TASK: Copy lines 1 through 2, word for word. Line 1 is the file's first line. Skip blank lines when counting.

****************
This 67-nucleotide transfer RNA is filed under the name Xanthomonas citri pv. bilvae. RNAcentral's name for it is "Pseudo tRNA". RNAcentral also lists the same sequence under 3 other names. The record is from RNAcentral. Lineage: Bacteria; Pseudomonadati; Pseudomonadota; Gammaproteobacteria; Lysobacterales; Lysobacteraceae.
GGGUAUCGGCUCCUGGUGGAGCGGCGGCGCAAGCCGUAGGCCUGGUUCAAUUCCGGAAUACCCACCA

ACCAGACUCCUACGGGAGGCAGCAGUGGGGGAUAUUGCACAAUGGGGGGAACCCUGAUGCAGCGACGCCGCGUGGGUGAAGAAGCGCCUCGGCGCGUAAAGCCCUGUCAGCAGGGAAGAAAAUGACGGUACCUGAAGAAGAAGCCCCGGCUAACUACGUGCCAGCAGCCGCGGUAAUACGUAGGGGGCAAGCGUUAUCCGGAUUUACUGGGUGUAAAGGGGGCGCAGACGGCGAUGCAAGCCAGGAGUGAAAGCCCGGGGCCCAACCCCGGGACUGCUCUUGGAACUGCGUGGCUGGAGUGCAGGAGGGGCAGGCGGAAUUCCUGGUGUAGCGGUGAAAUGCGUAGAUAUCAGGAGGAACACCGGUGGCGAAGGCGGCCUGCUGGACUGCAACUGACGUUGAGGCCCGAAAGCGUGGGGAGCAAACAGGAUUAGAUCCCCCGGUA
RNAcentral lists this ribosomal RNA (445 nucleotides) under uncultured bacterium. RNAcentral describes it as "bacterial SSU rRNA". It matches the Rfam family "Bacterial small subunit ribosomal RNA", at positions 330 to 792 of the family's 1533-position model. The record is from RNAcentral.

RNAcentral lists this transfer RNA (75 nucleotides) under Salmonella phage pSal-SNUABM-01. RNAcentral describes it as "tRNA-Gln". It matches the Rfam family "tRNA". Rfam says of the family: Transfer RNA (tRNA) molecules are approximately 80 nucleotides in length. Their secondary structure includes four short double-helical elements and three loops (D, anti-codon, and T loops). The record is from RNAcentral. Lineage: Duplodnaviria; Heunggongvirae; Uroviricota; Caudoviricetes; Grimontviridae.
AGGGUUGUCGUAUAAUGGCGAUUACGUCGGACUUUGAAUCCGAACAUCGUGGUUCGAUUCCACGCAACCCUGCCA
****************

This 67-nucleotide transfer RNA is filed under the name Xanthomonas citri pv. bilvae. RNAcentral's name for it is "Pseudo tRNA". RNAcentral also lists the same sequence under 3 other names. The record is from RNAcentral. Lineage: Bacteria; Pseudomonadati; Pseudomonadota; Gammaproteobacteria; Lysobacterales; Lysobacteraceae.
GGGUAUCGGCUCCUGGUGGAGCGGCGGCGCAAGCCGUAGGCCUGGUUCAAUUCCGGAAUACCCACCA